Categories
Food

Momofuku Noodle Bar

IMG_2465

For the past few months, I had been going around tasting ramen in different cities, including the really tasty bowl of noodle at Mitzuwa during the annual Hokkaido fair. Even though ramen is part of the American culture, good ramen remains hard to find here in the United States. It seems like we still don’t appreciate a good bowl of noodle but we like them cheap, fast and convenient. With all that said, there is one city with plenty of restaurants serving world class noodles – New York City. (I’m sure West coast cities have great ramen too, but just bare with me here.)

Menu of the day.
Menu of the day.

Since I do not live in NYC, i have to pick and choose which restaurant to visit. I had heard rave reviews for Momofuku restaurants and decided that Momofuku Noodle bar should be my starting point. After all, you can’t be consider a Japanese restaurant unless your noodle and broth taste great. That’s like the ABC of Japanese cuisine. Even though Momofuku is a Japanese name, the restaurants are owned by restrauneer and chef David Chang (Korean American, if you are wondering) named after the all-awesome instant noodle inventor and Nissin founder, Momofuku Ando. Chef David did had some experience making ramen in Japan and decided to open the first of many restaurants with this Noodle Bar. Today, Momofuku restaurants its like a series of restaurants that serve different types of food ranging from classy sit down to dessert menu only kitchens.

View of the bar.
View of the bar.

Momofuku Noodle bar does not take reservations, so I arrived early (open at 12pm on Saturday) to scope out the area while waiting for friends to arrive. I was in no rush and did not pay attention, and walked past the restaurant twice before noticing that there is a crowd standing in line in the restaurant. There are no names or signs, and just a tiny name on the front door. Moreover, I walked past the restaurant twice because the all glass wall at the front of the restaurant seems more like a interior design furniture shop rather than a famous noodle restaurant. By the time we ask for table at 12.45pm, the wait is an hour long. Being nice, they took down my cellphone number and promised to text me when the table is ready.

The window view from where we were siting.
The window view from where we were siting.

We waited for about 50 minutes by walking around the pretty nice neighborhood, and indeed received a text before heading back. As the name of the restaurant suggest, there are no individual tables but a very long bar and we were led to the very end of it. If you sit by the kitchen area, you can watch the chefs preparing your bowl of ramen behind a glass window. There aren’t many items on the menu but we knew what we want anyway. I got a bowl of Momofuku ramen and the ‘famous’ brisket buns.

The brisket buns came first. I can’t seem to find a Wikipedia article on this but I’m pretty sure this is a Chinese rather than Japanese – I grew up eating this pork belly bun, also known as kou rou pau (扣肉包). Besides the traditional slice of pork belly in a white steamed bun, they garnished it with horseradish, picked red onion and cucumber, which I thought gave some crunchiness to otherwise a soft bun. It is definitely great and might the first time I had this in America, and I can see how this side dish become famous. Try it and tell me – its one of my favorite dish of all time. They usually serve this at the end of a long course traditional Chinese meal in wedding or what not.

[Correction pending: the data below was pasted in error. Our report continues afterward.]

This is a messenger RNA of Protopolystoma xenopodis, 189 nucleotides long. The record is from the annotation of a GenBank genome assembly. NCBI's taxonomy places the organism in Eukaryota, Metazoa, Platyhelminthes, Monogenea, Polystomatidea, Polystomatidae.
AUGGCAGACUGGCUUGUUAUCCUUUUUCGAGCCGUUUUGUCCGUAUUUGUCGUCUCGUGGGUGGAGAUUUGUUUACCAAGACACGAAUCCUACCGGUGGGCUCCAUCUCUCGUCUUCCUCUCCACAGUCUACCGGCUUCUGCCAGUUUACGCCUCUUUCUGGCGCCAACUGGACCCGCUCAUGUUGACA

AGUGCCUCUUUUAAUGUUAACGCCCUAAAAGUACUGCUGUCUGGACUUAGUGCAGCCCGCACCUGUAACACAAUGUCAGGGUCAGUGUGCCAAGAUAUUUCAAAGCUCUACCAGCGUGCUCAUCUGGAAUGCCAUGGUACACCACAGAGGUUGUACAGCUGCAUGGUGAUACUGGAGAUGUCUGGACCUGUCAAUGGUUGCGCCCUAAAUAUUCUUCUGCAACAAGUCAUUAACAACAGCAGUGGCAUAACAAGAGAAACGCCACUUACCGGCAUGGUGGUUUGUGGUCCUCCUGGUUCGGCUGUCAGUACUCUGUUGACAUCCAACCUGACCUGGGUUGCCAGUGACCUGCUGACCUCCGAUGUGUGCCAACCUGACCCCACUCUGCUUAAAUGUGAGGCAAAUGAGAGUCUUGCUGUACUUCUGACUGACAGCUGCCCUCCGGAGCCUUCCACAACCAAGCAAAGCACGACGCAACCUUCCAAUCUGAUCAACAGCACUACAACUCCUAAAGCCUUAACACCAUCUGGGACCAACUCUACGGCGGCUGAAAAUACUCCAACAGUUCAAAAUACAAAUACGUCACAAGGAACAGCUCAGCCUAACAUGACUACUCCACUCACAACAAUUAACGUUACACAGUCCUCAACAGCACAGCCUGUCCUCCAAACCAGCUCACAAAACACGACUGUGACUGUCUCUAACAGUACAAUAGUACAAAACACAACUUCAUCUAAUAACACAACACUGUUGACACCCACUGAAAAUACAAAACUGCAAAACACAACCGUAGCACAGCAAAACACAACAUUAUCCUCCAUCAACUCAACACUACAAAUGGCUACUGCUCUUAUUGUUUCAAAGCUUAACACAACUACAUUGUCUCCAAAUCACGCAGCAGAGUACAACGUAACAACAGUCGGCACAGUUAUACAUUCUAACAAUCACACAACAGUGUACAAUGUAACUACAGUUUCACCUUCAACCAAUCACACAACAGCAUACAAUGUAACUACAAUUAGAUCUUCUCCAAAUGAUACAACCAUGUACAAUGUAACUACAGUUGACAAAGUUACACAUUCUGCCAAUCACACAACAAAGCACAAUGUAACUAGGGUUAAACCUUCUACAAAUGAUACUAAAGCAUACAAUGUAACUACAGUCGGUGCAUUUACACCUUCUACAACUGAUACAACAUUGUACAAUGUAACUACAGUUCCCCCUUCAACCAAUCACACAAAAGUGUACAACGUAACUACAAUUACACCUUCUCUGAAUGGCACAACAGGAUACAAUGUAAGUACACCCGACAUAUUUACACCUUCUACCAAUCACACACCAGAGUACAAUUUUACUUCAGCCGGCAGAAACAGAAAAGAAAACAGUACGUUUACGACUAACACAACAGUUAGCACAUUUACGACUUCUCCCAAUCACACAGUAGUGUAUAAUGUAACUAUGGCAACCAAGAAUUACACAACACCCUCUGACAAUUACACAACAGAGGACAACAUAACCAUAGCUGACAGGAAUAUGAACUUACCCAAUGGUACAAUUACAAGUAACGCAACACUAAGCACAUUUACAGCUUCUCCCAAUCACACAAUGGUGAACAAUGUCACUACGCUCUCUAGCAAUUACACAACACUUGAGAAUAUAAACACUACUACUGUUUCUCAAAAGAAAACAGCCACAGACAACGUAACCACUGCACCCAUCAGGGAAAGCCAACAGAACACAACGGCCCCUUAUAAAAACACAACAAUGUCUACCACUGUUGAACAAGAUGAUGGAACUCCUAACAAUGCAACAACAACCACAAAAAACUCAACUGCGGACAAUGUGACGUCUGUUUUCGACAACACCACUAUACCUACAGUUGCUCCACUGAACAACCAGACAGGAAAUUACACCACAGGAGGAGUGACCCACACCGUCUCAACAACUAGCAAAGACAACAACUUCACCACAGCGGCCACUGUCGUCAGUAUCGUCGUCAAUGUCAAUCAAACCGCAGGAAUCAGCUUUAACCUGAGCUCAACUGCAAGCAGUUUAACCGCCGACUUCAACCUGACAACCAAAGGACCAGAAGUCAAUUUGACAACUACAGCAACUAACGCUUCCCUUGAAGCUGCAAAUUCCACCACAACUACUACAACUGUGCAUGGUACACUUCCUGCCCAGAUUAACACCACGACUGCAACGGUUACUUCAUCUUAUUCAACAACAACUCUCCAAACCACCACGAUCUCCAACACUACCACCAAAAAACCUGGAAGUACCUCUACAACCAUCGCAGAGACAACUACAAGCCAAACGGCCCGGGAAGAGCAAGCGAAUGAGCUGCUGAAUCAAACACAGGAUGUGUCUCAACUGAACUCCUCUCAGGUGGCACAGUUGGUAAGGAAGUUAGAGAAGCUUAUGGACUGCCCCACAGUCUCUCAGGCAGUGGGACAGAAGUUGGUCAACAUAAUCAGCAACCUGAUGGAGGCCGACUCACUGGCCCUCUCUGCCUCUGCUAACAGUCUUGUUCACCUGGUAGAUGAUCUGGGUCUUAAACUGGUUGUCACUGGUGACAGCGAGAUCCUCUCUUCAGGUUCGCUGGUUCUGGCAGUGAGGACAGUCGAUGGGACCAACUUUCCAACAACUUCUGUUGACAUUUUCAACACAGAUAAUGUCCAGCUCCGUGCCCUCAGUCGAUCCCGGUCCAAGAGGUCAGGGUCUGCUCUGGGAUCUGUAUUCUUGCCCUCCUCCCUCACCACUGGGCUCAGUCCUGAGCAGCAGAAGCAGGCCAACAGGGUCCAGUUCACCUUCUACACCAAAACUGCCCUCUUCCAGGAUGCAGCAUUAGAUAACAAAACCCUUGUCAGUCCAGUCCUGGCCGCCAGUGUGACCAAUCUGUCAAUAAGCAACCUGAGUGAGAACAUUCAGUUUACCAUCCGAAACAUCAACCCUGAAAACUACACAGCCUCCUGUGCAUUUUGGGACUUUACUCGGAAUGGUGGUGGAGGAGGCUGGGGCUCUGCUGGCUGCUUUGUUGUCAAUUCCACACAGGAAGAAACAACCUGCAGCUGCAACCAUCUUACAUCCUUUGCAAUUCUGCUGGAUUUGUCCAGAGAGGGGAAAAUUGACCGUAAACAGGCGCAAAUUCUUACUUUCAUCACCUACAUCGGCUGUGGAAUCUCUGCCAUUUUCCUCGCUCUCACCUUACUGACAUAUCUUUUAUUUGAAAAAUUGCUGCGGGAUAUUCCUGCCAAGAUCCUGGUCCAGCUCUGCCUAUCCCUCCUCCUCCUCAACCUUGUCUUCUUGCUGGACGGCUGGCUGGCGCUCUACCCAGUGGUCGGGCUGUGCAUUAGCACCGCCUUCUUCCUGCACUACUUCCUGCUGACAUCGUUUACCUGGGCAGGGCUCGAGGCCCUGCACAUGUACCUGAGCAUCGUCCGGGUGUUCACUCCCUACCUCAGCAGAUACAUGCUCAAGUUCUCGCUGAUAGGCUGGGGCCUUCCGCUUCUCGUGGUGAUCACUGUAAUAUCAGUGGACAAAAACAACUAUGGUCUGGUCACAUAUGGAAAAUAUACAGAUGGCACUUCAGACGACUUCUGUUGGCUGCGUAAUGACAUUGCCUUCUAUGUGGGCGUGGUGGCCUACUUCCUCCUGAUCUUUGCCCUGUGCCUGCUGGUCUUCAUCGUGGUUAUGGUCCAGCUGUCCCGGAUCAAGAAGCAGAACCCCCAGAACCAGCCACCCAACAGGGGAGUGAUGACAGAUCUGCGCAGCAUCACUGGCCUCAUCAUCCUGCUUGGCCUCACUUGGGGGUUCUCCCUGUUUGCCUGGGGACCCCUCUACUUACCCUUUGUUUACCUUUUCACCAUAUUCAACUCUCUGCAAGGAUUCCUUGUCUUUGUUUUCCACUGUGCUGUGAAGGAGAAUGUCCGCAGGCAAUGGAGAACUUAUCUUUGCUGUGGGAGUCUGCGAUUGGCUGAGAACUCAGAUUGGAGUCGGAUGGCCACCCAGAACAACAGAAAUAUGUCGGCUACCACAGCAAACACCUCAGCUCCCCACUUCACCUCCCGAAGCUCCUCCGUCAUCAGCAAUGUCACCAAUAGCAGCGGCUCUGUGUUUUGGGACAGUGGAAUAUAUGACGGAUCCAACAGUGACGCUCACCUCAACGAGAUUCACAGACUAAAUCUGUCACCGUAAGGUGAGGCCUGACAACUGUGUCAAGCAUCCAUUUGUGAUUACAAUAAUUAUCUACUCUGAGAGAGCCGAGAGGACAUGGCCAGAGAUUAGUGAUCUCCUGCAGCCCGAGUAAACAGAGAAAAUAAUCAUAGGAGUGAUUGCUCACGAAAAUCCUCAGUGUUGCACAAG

The juicy brisket in the pork bun.
The juicy brisket in the pork bun.

(When I say Chinese, i meant traditional Han chinese culture rather than the country. They are not mutually exclusive. :D)

The main star here are the bowls. The Momofuku ramen comes with pork belly, shredded pork shoulder, a poached egg, thinly sliced green veges, two slices of kamaboko/narutomaki (fish cakes) and interestingly, seaweed. The ramen noodle was chewy and great – i have a feeling they make them in store but i did not check. However, if you look at the picture, you would had realized that the portion isn’t huge. I think it is actually quite a huge portion but the bigger bowl they used made it seems like it is child’s play. The broth was pretty delicious too and wasn’t super salty. Overall a decent bowl of ramen and it is definitely a place I would recommend to find an authentic bowl of delicious ramen that’s not in your kitchen.

The Star - Momofuku Ramen.
The Star – Momofuku Ramen.

I was tempted to grab something from the menu. Seriously.
I was tempted to grab something from the menu. Seriously.

Am i kind of disappointed after all this hype and wait? Sure – I was hoping something that would blow my mind away but this doesn’t seem to be the answer. Sure, it is much better than many other bowls of ramen I tried around the States, but this is definetely not the best out there – the one in Mitzuwa might be, though. All in all, Momofuku produce a solid bowl of ramen that you might eat down a street while walking in Tokyo. However, I don’t think this is worthy of a Michelin star or award of that tire or standard. Some might argue that I only paid $12 for a bowl of soup, but I will defend my stand because with the hype and the long hour wait. With the famous Momofuku name on the ramen, I expected much more. Still, if you are looking for something warm and cozy to fill your stomach in east Village of NYC, this is probably your best bet.

Our table.
Our table.

View of the restaurant
View of the restaurant

Address: 171 1st Ave, New York, NY 10003
Website: http://momofuku.com/new-york/noodle-bar/
Visited: Nov 14, 2014 for lunch at 12.40pm.

1 reply on “Momofuku Noodle Bar”

Leave a Reply

This site uses Akismet to reduce spam. Learn how your comment data is processed.